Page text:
The Production
A fool has set up his fairground booth. He catches images from out of the air, tells incredible stories and plays pranks on his audience. Anyone who steps through the door of his booth enters into a whole new world: a maze made up of thousands of lights. Visitors become travellers: suitcases, doubling as peep-holes, are waiting to be picked up and carried along. They encounter characters who are also searching for their way through the labyrinth: the prince who doesn’t want to be king; the bird woman who never gives up her dream of flying; the lamplight dreamer, who paints magical illuminated images from a foreign land, asking the visitors if they know how to get there… Eight figures tell us of their dreams, of their failings to get any further, and of their tiny islands of happiness: poetic games on the way to the centre.

The labyrinth is open for three hours. The scenes are played continuously in a loop throughout this time.

The Idea
The Great Journey describes the human voyage through life. The maze, a kind of labyrinth, is one of the oldest symbols of this journey; people entering the labyrinth eventually arrive at the centre, at the heart, their own heart. The journey of life is reflected in the heroes’ journeys, forming the basis of many epics and classic Hollywood films; the hero sets out into the world hoping to survive his adventure. Purified and matured, he returns home in order to do good there. The story of Theseus and the Minotaur in the labyrinth at Knossos is an example of the link between the hero’s journey and the dramatic location of the labyrinth. Our production does not feature Minotaurs or heroic legends, but does offer visitors the chance to reflect on the Minotaurs in the labyrinths of their own lives. In an atmosphere created by thousands of candles, their thoughts soon turn into dreams filled with poetic imagery.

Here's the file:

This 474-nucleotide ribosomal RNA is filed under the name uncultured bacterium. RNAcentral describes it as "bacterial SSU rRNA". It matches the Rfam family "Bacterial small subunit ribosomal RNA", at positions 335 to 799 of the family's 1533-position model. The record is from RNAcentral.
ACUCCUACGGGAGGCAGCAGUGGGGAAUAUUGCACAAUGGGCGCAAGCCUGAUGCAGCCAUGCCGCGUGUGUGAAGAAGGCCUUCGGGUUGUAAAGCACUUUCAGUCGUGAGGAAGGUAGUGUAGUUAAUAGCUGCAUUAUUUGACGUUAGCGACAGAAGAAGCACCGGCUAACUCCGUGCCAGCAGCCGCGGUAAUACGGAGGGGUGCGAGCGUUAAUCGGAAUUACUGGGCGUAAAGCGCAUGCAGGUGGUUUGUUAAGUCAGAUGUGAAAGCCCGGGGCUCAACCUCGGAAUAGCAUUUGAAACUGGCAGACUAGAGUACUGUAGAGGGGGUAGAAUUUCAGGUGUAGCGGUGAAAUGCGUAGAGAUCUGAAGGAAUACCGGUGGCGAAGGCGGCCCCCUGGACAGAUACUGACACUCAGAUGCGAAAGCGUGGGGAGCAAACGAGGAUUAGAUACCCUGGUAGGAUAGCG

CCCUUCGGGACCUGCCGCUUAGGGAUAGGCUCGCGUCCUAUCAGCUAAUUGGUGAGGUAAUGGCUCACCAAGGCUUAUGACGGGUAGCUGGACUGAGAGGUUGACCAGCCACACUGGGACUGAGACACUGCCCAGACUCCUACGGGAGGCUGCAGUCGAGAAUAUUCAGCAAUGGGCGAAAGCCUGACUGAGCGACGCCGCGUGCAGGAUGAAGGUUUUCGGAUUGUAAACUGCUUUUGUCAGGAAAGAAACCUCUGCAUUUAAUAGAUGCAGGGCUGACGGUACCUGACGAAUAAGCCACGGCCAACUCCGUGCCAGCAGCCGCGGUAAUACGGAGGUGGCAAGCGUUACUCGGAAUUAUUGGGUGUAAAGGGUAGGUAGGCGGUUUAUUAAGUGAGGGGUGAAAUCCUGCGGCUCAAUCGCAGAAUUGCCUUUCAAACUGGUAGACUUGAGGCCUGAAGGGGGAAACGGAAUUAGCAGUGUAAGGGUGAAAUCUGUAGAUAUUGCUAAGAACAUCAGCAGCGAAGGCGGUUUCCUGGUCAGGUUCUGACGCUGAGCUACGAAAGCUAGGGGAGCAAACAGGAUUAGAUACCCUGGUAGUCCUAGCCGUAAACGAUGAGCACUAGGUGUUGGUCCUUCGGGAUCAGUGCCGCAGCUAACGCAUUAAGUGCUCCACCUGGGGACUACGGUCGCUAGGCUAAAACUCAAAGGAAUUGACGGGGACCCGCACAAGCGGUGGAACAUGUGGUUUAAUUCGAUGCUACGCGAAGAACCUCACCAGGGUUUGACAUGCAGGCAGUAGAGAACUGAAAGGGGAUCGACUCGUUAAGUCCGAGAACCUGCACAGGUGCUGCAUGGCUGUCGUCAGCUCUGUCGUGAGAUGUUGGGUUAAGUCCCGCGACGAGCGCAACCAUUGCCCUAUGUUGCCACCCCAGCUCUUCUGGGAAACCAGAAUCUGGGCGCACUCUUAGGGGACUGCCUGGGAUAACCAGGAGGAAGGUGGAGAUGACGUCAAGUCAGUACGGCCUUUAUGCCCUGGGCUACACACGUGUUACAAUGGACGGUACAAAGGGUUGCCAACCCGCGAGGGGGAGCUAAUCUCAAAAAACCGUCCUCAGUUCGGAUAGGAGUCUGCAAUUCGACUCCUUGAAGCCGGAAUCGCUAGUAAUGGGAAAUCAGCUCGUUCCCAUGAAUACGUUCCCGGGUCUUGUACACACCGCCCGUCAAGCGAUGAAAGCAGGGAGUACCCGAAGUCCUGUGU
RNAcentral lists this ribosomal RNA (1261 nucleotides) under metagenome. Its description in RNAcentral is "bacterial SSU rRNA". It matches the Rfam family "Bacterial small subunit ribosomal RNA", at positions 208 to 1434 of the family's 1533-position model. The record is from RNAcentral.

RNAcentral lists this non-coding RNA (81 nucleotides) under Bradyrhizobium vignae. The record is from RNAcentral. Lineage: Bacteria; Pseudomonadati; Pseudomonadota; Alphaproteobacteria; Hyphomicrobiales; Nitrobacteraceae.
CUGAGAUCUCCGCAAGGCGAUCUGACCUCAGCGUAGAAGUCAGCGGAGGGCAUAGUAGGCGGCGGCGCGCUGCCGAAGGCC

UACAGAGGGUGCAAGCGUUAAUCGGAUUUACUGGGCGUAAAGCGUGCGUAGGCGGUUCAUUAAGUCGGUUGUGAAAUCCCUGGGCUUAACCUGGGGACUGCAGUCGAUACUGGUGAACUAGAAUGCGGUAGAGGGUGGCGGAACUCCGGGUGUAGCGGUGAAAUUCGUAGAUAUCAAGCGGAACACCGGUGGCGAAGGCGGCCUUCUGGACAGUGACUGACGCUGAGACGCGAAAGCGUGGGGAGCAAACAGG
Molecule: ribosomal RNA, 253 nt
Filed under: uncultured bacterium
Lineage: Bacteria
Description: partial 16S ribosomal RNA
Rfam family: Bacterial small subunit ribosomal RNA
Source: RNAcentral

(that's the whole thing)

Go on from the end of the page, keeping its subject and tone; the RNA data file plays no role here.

Do you want to find peace? Then simply breathe cautiously before a soft flame, that is calmly carrying out its task of providing light.
This advice comes from Gaston Bachelard’s The Flame of a Candle, a poetic, philosophical book on day-dreaming by candlelight. With his evocative language, Bachelard draws the ‘softly-lit reveries’ back into the human consciousness. Candlelit thoughts evaporate into daydreams; images flare up; the soul calms down. The images are from another world: images which overlap with the real, reminiscent of dreams, desires and stories believed lost, images of archaic power, many of which we know only from ancient myths. We have reached the sphere of reverie, which is foreign to us yet also very close.

Anyone entering Theater Anu’s labyrinths is immediately transported into a dreamlike state. It is almost impossible to evade the atmosphere of these enormous oceans of tiny lights. The visitors travel through these worlds like sleepwalkers, encountering figures who tell of their dreams and desires, but who – much like any dreaming person – are unable to live them out.

Bachelard described a poetic image as a direct connection between one soul and another, as an encounter between two beings who feel happiness though speaking to each other in a poetic visual language they both understand.

We, Theater Anu, hope that the poetic images – ours as well as the visitors’ who travel through our world of tiny lights – will enable exactly this communication, will initiate a game in which two people can find happiness: us, as actors, and you, as visitors. We have created a sphere of reverie in which we hope you will dream, during – and after – your night in the maze of candles.